If you’re one of the 1.5 million American adults living with rheumatoid arthritis (RA), you may be considering natural remedies to reduce inflammation caused by RA. One home remedy involves baking soda, which has been used for decades to whiten teeth, reduce heartburn, and stop acid reflux.
A small-scale 2018 study, involving rat subjects and human subjects, found that baking soda led to anti-inflammatory responses in the body. Given the findings, some people are hopeful that baking soda can help improve the inflammatory symptoms of autoimmune diseases such as RA.
“Has anyone tried or heard of drinking baking soda to relieve inflammation from RA?” one myRAteam member wrote. “I just read this article about new information showing how drinking baking soda can help alleviate symptoms from autoimmune diseases.” Another replied, “I wouldn’t do it — it seems risky.”
Before you consider using baking soda as a supplemental treatment for RA, it’s important to know what evidence is out there and which questions remain.
Rheumatoid arthritis is considered both an autoimmune and an inflammatory disease. In people living with RA, the immune system attacks the body’s healthy cells, causing inflammation as an immune response.
Symptoms of inflammation can occur throughout the body, primarily affecting the joints in the hands, wrists, and knees. Over the long term, constant inflammation caused by RA can lead to damage in tissues and organs, such as the eyes, lungs, and heart.
This is why many treatments for RA, such as nonsteroidal anti-inflammatory drugs (NSAIDs), aim to block inflammatory pathways to reduce these painful symptoms. This is also why people with RA often find their symptoms improve when they eat an anti-inflammatory diet. Ultimately, if you are living with RA, your goal is to reduce symptoms such as pain, tenderness, and swelling by combating your body’s autoimmune response.
In the 2018 study, researchers found that baking soda — also known as sodium bicarbonate — has anti-inflammatory properties. They uncovered the pathway that sodium bicarbonate takes in the spleen to reduce inflammation. The team included study co-author Dr. Paul O’Connor, a renal physiologist at the Medical College of Georgia at Augusta University.
As reported in the Journal of Immunology, the researchers found that when healthy people drank a sodium bicarbonate solution, it triggered the cells that line the spleen, called mesothelial cells, to reduce the spleen’s autoimmune response.
Scientists don’t know much about the mechanisms of mesothelial cells besides their role as a protective barrier for internal organs. However, researchers do know that the cells contain fingerlike sensors called microvilli that identify potential invaders to the body. Mesothelial cells increase the detection and signaling properties of the spleen, making this organ an important part of the immune system. In people with autoimmune diseases such as RA, however, mesothelial cells are too sensitive, causing the spleen to overreact and attack the body’s own healthy cells.
The study findings indicated that in both animals and healthy individuals, baking soda was successful in reducing the spleen’s immune response. The researchers determined this by assessing the number of macrophages, which are immune cells that show up to the scene of an immune response.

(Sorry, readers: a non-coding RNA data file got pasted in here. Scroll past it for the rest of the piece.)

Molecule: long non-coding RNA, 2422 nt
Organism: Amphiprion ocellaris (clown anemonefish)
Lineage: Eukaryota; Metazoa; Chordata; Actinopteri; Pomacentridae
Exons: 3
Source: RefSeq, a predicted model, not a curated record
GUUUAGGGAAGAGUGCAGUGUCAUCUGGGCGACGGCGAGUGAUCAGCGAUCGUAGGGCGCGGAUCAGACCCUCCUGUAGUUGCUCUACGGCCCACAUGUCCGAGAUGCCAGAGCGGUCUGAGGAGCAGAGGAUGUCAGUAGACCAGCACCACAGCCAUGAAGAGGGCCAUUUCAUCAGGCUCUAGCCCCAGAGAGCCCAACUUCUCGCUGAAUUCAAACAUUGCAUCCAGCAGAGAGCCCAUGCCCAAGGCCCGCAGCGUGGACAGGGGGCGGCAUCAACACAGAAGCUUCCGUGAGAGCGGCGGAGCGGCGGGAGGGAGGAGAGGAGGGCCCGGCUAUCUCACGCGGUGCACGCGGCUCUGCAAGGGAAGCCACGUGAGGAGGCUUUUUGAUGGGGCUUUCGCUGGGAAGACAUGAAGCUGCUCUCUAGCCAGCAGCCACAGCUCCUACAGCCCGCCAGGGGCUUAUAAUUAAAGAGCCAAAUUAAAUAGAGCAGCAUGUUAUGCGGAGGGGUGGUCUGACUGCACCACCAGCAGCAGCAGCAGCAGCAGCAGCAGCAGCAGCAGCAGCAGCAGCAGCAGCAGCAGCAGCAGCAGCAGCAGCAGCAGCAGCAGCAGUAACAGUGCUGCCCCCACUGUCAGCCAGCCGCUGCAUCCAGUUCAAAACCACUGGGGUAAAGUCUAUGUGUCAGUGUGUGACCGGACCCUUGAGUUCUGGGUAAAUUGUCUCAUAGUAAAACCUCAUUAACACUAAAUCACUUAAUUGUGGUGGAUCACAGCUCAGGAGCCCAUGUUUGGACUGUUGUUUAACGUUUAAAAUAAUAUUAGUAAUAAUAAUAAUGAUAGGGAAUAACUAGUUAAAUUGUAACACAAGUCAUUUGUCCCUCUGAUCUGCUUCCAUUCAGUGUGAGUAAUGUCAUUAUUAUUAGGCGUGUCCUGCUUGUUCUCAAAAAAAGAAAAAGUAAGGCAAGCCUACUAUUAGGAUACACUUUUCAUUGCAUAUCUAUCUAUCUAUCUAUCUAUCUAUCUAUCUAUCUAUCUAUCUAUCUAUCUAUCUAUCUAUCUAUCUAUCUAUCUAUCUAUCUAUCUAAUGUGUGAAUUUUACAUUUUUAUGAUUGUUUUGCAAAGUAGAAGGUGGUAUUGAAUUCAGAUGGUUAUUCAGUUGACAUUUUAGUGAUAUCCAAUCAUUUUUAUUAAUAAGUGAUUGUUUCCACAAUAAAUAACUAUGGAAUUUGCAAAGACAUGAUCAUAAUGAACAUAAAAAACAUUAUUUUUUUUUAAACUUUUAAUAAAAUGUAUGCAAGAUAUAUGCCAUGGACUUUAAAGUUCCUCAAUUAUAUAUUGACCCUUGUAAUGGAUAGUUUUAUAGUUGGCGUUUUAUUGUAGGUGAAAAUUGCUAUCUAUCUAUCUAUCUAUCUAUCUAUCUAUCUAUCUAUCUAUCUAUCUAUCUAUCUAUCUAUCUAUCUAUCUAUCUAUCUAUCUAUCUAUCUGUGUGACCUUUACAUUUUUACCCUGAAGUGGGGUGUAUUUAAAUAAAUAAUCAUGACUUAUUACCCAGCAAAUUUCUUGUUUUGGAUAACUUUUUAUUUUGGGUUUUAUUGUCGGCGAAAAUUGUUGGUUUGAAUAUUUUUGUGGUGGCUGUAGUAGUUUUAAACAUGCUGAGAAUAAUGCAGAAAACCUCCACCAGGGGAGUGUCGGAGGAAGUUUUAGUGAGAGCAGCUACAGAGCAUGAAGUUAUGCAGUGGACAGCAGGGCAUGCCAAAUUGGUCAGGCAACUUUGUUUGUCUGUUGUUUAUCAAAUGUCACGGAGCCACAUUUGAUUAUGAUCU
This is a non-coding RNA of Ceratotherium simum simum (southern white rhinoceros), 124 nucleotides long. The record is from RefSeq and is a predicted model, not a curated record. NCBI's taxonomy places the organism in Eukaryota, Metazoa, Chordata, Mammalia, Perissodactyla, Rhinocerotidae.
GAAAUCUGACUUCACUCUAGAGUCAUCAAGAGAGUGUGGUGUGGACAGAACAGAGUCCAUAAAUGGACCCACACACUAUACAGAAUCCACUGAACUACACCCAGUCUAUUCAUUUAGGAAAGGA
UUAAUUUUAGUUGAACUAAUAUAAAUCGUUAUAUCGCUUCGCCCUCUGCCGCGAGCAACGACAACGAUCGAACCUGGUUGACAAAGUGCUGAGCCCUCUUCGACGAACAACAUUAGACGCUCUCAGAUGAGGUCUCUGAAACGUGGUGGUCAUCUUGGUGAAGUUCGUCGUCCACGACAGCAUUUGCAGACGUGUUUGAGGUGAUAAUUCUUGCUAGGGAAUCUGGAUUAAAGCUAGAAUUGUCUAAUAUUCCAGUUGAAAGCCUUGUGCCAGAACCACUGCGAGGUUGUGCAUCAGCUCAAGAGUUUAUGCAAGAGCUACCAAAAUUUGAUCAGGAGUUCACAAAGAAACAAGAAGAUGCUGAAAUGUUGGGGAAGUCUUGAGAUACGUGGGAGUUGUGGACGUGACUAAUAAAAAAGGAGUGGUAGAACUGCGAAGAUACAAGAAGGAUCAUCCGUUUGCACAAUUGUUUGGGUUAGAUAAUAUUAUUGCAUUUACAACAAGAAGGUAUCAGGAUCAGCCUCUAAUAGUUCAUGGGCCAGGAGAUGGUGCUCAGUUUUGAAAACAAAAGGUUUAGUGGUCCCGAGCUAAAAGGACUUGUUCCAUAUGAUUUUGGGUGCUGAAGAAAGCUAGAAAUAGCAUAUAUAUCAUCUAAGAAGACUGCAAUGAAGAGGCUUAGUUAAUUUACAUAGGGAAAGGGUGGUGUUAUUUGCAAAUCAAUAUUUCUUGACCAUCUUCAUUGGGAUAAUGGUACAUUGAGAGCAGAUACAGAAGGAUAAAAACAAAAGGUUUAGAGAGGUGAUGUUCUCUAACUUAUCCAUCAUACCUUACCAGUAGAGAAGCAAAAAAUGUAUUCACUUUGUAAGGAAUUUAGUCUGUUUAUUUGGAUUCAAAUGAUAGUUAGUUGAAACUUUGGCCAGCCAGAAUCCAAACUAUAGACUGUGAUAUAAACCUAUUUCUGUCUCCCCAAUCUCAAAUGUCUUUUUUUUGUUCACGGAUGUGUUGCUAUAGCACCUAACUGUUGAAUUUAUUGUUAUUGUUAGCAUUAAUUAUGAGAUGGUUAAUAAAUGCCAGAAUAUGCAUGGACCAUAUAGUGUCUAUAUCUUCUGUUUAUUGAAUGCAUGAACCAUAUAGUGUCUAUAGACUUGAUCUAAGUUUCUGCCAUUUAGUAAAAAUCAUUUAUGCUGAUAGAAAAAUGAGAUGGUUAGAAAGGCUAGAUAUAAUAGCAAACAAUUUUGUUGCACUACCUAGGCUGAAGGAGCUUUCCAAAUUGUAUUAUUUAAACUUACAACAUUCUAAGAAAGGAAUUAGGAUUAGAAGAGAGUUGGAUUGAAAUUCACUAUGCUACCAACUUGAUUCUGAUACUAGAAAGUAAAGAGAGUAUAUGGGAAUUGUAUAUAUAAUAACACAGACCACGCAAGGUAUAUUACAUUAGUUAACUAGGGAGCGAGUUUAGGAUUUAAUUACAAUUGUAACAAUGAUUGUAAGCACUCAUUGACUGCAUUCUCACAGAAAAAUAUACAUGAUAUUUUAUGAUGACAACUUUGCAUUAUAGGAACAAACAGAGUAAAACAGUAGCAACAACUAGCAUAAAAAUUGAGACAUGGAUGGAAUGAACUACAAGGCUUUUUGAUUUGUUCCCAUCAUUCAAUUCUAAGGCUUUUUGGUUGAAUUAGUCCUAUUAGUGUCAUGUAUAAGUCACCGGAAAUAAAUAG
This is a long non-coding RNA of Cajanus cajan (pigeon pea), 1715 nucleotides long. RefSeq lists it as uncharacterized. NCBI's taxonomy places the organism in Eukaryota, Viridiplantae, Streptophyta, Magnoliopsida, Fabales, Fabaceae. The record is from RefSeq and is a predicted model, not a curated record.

At the end of two weeks, rats that drank a daily dose of baking soda had a reduced number of inflammatory macrophages and a greater number of anti-inflammatory macrophages in their bloodstream. The researchers then noted a similar effect in people who drank a single bottle of water containing baking soda. This led the research team to conclude that baking soda helps promote an anti-inflammatory environment in the body.
The potential health benefits of baking soda have led many people in the RA community to wonder if they should start drinking baking soda to treat their inflammatory symptoms.
Unfortunately, there is currently no concrete answer about whether baking soda safely helps alleviate symptoms of RA or in what quantity it would be effective. Although the study findings suggest an exciting prospect for those living with chronic inflammation, this data is only exploratory.
The study population included rats and healthy people, not individuals living with RA or other autoimmune conditions. Additional research is needed to evaluate the direct effects of baking soda on inflammation caused by RA. In addition, more studies will help pinpoint a safe dosage and contraindications with other RA medications.
Despite the potential benefits of drinking baking soda as an anti-inflammatory treatment, researchers have yet to assess the risks and side effects of this alternative remedy. Too much baking soda can disrupt the natural pH and electrolyte balance of the body (also known as alkalosis) and interact negatively with medications such as diuretics.
Although injectable sodium bicarbonate has been approved by the U.S. Food and Drug Administration (FDA) for conditions such as uncontrolled diabetes and severe kidney disease, oral baking soda has not been clinically recommended for the treatment of rheumatoid arthritis. Therefore, it should not be used as a replacement for prescription medications.
Remember to always speak to your health care team before starting any new treatments, including home remedies.
On myRAteam, the social network for people with rheumatoid arthritis and their loved ones, more than 190,000 members come together to ask questions, give advice, and share their stories with others who understand life with RA. Here, finding home remedies to alleviate inflammation is a commonly discussed topic.
Are you looking for ways to find relief from RA inflammation? Have you tried drinking baking soda to relieve inflammatory symptoms? Share your experience in the comments below, or start a conversation by posting on your Activities page.